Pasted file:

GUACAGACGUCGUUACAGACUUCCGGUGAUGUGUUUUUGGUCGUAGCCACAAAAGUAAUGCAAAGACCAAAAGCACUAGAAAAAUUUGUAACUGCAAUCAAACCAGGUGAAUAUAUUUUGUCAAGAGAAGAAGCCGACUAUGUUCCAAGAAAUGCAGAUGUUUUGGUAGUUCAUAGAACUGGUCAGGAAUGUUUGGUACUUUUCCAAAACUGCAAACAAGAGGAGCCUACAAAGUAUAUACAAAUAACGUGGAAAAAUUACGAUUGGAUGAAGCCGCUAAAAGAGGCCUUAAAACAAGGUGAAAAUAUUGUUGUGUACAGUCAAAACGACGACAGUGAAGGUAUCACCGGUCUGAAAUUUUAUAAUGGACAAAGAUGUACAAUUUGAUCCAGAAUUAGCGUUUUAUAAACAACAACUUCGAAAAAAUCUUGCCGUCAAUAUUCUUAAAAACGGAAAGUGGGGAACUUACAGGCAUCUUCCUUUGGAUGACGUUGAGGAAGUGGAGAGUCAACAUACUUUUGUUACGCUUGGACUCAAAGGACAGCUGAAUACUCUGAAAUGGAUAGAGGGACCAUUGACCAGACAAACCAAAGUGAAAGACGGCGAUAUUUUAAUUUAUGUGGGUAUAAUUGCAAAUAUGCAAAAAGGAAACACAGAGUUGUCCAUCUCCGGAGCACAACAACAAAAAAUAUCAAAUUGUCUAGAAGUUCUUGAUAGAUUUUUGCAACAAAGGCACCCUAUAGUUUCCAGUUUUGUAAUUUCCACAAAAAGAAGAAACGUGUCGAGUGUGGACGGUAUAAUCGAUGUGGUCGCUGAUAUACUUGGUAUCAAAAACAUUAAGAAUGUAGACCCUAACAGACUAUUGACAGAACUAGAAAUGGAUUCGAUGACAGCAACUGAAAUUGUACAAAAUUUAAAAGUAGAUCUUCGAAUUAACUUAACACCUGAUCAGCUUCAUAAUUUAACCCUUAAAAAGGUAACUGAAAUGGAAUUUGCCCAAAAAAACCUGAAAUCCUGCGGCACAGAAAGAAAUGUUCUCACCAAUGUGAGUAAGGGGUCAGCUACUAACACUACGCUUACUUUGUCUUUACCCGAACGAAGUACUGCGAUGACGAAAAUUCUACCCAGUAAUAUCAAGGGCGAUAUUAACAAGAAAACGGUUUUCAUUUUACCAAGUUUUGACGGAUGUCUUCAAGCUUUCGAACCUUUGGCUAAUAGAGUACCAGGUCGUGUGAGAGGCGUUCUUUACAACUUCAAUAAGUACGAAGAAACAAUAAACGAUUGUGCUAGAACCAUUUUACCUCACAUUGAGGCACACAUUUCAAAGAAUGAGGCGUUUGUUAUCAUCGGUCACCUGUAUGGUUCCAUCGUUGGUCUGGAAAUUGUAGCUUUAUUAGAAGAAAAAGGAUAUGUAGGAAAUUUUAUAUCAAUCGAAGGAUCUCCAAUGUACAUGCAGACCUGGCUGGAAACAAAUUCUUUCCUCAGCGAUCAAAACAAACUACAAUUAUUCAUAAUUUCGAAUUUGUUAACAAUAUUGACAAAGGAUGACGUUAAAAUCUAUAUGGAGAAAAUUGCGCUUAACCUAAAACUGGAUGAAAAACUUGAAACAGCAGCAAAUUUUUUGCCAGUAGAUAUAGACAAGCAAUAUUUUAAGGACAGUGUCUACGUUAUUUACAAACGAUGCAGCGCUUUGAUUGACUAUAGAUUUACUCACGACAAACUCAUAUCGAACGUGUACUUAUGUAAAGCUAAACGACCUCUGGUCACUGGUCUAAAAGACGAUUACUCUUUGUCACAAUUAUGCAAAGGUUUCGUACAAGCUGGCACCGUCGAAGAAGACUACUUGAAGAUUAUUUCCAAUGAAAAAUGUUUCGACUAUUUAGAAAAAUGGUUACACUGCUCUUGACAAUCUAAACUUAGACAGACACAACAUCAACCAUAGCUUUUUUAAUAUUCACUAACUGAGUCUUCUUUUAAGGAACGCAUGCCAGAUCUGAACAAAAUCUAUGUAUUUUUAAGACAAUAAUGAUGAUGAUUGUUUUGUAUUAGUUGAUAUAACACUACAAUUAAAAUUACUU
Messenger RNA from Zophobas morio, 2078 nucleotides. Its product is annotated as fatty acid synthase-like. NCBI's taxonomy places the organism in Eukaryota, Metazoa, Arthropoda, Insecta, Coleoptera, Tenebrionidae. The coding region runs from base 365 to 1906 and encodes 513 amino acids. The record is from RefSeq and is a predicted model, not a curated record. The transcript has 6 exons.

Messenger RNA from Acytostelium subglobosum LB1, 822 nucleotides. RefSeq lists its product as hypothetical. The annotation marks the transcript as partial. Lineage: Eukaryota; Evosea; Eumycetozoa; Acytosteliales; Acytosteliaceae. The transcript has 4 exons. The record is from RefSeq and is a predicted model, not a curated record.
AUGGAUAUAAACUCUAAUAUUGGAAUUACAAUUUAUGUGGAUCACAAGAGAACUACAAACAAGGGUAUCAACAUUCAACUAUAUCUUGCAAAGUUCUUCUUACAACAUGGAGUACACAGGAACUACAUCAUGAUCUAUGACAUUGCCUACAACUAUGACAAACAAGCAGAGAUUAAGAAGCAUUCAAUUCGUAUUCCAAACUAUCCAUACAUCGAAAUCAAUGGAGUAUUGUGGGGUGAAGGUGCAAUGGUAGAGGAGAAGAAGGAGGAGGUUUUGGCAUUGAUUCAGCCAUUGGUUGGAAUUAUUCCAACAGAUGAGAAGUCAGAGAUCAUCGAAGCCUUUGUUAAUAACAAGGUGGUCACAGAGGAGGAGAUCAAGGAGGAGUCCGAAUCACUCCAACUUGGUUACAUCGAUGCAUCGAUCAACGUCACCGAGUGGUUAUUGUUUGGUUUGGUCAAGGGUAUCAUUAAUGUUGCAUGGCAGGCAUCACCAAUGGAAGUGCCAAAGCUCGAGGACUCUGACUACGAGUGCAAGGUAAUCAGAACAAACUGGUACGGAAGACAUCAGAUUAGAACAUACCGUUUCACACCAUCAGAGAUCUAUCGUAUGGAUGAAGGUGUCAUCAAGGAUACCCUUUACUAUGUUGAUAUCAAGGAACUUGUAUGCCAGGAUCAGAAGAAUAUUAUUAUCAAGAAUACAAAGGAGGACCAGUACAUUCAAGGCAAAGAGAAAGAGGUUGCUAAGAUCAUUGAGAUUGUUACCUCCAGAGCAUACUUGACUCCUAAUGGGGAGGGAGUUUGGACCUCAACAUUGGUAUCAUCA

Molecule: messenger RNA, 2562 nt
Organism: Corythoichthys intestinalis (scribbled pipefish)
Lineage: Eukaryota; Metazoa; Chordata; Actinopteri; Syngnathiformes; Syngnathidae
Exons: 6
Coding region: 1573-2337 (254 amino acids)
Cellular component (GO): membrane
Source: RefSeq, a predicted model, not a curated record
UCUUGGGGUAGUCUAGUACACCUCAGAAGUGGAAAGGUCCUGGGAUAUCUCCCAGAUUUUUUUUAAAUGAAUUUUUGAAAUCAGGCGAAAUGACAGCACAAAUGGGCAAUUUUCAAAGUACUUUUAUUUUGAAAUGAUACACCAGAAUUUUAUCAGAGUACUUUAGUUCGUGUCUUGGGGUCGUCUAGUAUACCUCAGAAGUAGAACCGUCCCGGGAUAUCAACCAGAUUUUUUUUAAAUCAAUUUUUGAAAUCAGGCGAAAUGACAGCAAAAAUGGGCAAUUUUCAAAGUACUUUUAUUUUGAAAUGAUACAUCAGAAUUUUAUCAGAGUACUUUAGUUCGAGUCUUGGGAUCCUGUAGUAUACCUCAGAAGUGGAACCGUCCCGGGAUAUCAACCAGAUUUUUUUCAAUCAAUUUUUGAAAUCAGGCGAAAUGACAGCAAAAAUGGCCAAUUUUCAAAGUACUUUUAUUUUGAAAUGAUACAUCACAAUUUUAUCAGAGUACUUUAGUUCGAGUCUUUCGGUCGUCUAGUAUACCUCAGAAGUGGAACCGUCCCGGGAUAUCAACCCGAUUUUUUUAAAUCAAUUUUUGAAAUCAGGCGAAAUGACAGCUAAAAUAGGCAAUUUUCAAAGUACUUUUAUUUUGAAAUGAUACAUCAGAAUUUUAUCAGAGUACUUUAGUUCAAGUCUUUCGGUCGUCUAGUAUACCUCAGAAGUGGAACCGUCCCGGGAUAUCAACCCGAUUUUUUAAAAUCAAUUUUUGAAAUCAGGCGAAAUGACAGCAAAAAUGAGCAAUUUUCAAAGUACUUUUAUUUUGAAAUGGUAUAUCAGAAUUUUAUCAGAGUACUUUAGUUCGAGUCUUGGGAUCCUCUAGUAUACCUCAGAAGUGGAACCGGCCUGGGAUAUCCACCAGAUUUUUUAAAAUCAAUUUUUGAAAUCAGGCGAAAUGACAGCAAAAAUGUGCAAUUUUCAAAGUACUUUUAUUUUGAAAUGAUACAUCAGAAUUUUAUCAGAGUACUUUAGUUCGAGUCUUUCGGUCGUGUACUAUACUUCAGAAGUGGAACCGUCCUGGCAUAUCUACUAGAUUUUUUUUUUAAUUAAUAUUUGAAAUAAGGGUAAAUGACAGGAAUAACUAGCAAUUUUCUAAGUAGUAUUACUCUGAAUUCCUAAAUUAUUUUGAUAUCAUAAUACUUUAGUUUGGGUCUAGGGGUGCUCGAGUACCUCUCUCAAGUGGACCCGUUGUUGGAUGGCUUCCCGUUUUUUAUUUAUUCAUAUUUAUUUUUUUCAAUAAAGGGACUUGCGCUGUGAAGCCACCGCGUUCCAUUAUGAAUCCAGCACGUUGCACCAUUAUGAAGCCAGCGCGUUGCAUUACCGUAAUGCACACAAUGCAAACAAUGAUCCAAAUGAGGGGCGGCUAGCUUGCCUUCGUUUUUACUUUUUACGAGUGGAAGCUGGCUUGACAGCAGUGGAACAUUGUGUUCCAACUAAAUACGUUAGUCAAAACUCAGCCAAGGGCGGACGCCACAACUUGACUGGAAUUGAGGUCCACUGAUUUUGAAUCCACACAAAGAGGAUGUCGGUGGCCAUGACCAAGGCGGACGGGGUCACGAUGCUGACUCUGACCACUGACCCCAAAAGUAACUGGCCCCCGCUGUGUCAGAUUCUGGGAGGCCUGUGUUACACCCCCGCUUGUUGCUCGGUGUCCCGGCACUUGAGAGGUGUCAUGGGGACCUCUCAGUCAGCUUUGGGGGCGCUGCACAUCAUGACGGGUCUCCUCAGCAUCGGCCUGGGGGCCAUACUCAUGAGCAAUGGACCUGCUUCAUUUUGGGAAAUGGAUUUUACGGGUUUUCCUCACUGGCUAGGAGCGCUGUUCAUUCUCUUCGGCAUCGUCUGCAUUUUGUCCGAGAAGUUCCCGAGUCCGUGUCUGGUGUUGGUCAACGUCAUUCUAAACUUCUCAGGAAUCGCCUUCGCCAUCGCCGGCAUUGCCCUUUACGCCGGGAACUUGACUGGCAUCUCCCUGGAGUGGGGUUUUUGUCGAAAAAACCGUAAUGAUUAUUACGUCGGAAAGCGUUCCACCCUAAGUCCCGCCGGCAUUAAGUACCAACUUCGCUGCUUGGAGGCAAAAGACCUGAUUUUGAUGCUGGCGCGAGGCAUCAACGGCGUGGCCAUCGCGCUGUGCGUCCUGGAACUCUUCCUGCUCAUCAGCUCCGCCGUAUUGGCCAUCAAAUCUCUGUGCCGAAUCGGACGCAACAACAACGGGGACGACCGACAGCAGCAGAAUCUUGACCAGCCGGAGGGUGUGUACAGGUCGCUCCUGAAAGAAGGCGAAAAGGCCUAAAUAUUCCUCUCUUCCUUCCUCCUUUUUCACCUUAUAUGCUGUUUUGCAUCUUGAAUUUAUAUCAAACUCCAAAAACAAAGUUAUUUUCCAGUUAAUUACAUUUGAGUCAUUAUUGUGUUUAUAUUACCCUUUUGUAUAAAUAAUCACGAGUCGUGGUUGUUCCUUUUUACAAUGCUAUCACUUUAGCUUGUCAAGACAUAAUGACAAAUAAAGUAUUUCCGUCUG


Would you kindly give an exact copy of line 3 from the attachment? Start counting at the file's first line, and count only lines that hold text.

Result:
Messenger RNA from Acytostelium subglobosum LB1, 822 nucleotides. RefSeq lists its product as hypothetical. The annotation marks the transcript as partial. Lineage: Eukaryota; Evosea; Eumycetozoa; Acytosteliales; Acytosteliaceae. The transcript has 4 exons. The record is from RefSeq and is a predicted model, not a curated record.